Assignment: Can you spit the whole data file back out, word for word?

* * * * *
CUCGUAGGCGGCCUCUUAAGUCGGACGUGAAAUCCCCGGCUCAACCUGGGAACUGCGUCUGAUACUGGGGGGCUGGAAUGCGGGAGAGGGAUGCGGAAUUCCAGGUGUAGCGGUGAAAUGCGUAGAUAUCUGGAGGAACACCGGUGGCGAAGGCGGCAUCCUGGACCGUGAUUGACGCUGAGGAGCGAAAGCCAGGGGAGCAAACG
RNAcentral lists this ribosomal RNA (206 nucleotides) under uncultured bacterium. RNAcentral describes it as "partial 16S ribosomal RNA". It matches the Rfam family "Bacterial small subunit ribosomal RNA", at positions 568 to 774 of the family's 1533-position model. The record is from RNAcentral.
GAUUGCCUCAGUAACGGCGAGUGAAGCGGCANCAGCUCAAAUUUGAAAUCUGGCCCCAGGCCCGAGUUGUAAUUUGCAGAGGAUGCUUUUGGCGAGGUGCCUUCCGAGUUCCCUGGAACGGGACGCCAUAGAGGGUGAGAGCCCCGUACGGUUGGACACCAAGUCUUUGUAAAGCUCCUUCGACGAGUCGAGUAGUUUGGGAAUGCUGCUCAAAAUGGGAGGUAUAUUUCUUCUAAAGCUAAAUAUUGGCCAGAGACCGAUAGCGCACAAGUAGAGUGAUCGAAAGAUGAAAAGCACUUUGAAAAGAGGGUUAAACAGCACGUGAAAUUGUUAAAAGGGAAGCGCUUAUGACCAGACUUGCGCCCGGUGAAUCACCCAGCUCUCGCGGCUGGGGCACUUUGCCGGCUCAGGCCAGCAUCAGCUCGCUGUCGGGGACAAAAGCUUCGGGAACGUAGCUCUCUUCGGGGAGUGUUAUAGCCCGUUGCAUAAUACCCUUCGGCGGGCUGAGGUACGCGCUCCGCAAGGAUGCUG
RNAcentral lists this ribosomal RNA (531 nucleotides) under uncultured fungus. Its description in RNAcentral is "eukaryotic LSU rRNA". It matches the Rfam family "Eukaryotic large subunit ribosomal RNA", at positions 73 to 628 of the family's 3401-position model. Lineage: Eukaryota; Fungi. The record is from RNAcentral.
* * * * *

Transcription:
CUCGUAGGCGGCCUCUUAAGUCGGACGUGAAAUCCCCGGCUCAACCUGGGAACUGCGUCUGAUACUGGGGGGCUGGAAUGCGGGAGAGGGAUGCGGAAUUCCAGGUGUAGCGGUGAAAUGCGUAGAUAUCUGGAGGAACACCGGUGGCGAAGGCGGCAUCCUGGACCGUGAUUGACGCUGAGGAGCGAAAGCCAGGGGAGCAAACG
RNAcentral lists this ribosomal RNA (206 nucleotides) under uncultured bacterium. RNAcentral describes it as "partial 16S ribosomal RNA". It matches the Rfam family "Bacterial small subunit ribosomal RNA", at positions 568 to 774 of the family's 1533-position model. The record is from RNAcentral.
GAUUGCCUCAGUAACGGCGAGUGAAGCGGCANCAGCUCAAAUUUGAAAUCUGGCCCCAGGCCCGAGUUGUAAUUUGCAGAGGAUGCUUUUGGCGAGGUGCCUUCCGAGUUCCCUGGAACGGGACGCCAUAGAGGGUGAGAGCCCCGUACGGUUGGACACCAAGUCUUUGUAAAGCUCCUUCGACGAGUCGAGUAGUUUGGGAAUGCUGCUCAAAAUGGGAGGUAUAUUUCUUCUAAAGCUAAAUAUUGGCCAGAGACCGAUAGCGCACAAGUAGAGUGAUCGAAAGAUGAAAAGCACUUUGAAAAGAGGGUUAAACAGCACGUGAAAUUGUUAAAAGGGAAGCGCUUAUGACCAGACUUGCGCCCGGUGAAUCACCCAGCUCUCGCGGCUGGGGCACUUUGCCGGCUCAGGCCAGCAUCAGCUCGCUGUCGGGGACAAAAGCUUCGGGAACGUAGCUCUCUUCGGGGAGUGUUAUAGCCCGUUGCAUAAUACCCUUCGGCGGGCUGAGGUACGCGCUCCGCAAGGAUGCUG
RNAcentral lists this ribosomal RNA (531 nucleotides) under uncultured fungus. Its description in RNAcentral is "eukaryotic LSU rRNA". It matches the Rfam family "Eukaryotic large subunit ribosomal RNA", at positions 73 to 628 of the family's 3401-position model. Lineage: Eukaryota; Fungi. The record is from RNAcentral.